Let’s look at another one of our clients, an HR technology company. They produce digital systems that help countless American companies manage and communicate with their employees. 

Our client realized that their customer-facing platform needed an alert and notifications feature, allowing employers to tell employees about hazards in the workplace (such as inclement weather) or remind them of upcoming events (such as holidays). 

Working under an agile framework, we delivered new features iteratively. That included a complete database of each company’s employees, ensuring alerts went to the correct place, and a platform where employers could submit their updates.

As development continued, we realized companies needed features our client did not anticipate at first. For example, some companies had to send these messages out on a much larger scale than was originally intended for the software. Others needed their messages to be dynamically translated into Spanish, French, and other foreign languages based on the recipient’s native language. 

Thanks to agile development, we were able to prioritize these emerging needs and make them the focus of subsequent sprints. Soon, companies could send alerts to thousands of employees at a time and in several languages. 

For all its benefits, adopting agile methodologies is easier said than done. “Fake agile” can easily emerge within an organization if it pays lip service to these methods but does not fully embrace them. 

“Fake agile is frequently rooted in a lack of organizational support,” notes CFO Gregory Lenzo. “Weak commitment can include a lack of understanding, missing or reluctant buy-in from senior management, or a desire to cut corners simply to save time and money.”

That’s why our Agile Experience process includes agile coaching, metrics, and tools to ensure your organization stays committed to value-driven, agile development. These steps also help us to identify problems long before they derail the pathway to your goals. 

Our bi-weekly coaching sessions help you look past the day-to-day tasks of development to get a big-picture view of how effective agile development has been. We back up those sessions with agile metrics that both your teams and ours identify at the start of development as being mission-critical. Finally, we ensure you have all the necessary tools for agile development on day one, removing any technical boundaries your teams might have.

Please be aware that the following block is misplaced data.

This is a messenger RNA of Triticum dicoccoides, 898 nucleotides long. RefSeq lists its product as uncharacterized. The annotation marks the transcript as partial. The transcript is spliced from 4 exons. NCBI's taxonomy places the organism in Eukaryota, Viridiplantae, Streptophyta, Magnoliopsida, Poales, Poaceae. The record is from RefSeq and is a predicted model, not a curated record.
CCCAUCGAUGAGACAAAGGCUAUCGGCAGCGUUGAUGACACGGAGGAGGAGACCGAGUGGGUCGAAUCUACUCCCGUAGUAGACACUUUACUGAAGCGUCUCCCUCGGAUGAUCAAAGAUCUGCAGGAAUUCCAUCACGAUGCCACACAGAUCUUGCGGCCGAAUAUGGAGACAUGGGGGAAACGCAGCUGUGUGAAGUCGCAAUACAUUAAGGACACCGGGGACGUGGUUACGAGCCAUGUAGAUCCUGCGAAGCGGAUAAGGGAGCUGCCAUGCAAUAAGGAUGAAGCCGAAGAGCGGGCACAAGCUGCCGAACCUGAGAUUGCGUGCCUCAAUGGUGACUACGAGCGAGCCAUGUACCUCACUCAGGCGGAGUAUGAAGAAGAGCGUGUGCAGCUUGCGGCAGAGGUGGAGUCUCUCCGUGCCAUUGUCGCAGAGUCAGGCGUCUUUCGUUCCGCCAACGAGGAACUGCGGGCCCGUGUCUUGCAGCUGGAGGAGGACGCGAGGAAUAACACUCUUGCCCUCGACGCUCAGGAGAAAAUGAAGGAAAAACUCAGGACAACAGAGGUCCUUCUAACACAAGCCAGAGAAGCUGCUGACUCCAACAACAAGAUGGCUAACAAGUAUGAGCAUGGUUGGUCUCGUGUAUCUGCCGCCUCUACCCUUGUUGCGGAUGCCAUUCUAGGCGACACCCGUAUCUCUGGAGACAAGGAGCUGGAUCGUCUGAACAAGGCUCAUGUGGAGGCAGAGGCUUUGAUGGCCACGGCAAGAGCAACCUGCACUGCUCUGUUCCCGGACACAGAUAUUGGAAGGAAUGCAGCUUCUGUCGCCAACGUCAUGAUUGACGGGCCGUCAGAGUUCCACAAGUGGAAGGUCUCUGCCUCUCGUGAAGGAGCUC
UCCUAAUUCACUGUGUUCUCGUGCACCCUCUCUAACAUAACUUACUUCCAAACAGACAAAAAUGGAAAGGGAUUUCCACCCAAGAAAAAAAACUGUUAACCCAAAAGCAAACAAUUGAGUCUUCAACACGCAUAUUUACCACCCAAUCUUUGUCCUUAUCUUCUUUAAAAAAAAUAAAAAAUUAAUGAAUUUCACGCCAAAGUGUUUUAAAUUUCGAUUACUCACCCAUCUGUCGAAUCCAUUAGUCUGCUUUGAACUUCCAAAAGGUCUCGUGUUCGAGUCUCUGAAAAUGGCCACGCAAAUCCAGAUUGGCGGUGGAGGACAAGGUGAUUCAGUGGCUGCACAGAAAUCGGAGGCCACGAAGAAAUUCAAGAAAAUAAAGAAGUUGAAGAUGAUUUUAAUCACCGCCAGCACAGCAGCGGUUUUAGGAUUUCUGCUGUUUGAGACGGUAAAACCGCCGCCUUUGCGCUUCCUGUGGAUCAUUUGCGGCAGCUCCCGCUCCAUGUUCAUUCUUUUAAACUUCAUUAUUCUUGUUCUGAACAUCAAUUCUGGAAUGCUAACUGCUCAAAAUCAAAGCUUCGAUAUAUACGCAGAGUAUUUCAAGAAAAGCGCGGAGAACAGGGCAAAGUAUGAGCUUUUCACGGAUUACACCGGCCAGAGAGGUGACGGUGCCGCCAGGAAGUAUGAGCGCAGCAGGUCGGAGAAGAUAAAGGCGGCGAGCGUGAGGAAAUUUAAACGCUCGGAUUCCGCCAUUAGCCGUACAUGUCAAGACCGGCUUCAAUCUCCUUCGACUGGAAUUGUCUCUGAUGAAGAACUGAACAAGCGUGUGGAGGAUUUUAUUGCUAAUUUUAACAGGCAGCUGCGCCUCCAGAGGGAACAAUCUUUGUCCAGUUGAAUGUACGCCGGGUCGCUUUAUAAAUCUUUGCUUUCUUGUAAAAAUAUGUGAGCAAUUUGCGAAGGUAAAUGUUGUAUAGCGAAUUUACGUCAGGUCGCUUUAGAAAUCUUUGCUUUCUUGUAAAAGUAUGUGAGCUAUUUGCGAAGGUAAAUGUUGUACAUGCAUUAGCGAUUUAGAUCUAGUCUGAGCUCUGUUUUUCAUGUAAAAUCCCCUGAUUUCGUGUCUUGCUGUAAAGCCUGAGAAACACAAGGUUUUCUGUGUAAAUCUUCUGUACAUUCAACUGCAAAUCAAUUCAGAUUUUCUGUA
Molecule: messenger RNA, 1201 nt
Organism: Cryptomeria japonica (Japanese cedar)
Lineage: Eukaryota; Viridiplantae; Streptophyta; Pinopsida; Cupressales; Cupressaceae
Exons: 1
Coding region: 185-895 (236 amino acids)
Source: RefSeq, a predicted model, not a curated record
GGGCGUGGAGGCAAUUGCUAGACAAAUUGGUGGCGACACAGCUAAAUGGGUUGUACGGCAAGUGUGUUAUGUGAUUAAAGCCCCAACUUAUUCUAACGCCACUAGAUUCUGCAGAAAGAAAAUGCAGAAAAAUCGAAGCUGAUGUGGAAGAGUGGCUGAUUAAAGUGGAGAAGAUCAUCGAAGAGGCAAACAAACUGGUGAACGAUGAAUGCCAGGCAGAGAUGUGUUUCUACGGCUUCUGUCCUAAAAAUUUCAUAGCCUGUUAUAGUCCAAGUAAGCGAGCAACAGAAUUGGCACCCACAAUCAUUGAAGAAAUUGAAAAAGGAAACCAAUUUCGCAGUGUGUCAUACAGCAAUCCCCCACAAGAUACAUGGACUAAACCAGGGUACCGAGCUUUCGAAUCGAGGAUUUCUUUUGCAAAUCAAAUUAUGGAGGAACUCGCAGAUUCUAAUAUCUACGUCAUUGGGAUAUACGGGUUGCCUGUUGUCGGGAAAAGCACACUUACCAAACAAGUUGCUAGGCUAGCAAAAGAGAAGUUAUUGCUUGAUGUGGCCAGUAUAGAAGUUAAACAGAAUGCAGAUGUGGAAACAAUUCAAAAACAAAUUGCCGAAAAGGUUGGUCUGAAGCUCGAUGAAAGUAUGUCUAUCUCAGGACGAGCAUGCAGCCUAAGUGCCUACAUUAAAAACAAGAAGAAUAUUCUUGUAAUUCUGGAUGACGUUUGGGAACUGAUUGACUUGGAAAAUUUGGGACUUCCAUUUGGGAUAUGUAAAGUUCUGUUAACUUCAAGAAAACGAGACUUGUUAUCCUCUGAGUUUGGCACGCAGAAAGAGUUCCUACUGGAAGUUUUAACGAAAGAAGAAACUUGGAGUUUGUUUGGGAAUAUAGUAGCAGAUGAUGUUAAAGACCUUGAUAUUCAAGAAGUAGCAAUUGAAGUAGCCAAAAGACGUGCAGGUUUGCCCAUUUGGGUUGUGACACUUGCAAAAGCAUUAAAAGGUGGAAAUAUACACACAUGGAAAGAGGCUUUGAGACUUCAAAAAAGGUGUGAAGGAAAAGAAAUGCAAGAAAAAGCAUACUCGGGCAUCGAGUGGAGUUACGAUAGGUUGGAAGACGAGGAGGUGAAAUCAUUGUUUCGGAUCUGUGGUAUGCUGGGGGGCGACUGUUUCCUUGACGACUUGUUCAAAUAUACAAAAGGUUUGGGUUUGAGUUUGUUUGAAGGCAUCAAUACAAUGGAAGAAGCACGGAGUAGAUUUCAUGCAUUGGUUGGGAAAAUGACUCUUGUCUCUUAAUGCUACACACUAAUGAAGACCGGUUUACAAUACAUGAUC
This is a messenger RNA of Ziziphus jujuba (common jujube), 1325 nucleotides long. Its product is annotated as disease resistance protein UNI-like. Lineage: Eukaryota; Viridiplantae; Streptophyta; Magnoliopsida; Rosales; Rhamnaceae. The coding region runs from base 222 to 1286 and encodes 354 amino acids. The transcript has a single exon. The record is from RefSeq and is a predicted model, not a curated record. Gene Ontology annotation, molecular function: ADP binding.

If you’d like to gauge how effective your organization has been in leveraging agile development even before you begin working with Programmers, we offer our Agile Assessment. This dashboard allows you to visualize the state of your company’s agile culture, processes, and ability to deliver value, along with the next steps. 

Final Thoughts

Not all digital product development processes are created equally. Some allow you to show value quickly to customers and executives alike, while also nimbly adjusting to their emerging needs. Forbes recently published compelling research on the benefits companies see from such agile processes, including faster product deliveries, higher productivity, and better quality. 

Meanwhile, digital product development processes force you into destructive, “fake agile” habits. Companies in this situation go years without seeing value and deliver the product long after stakeholders forget why they should care about it. 

For better results, work alongside a partner that can help you make foundational changes to implement agile processes across your company. Visit our digital product development service page to learn why companies trust us to build high-impact software and guide their agile transformation.

Let us know how we can help you.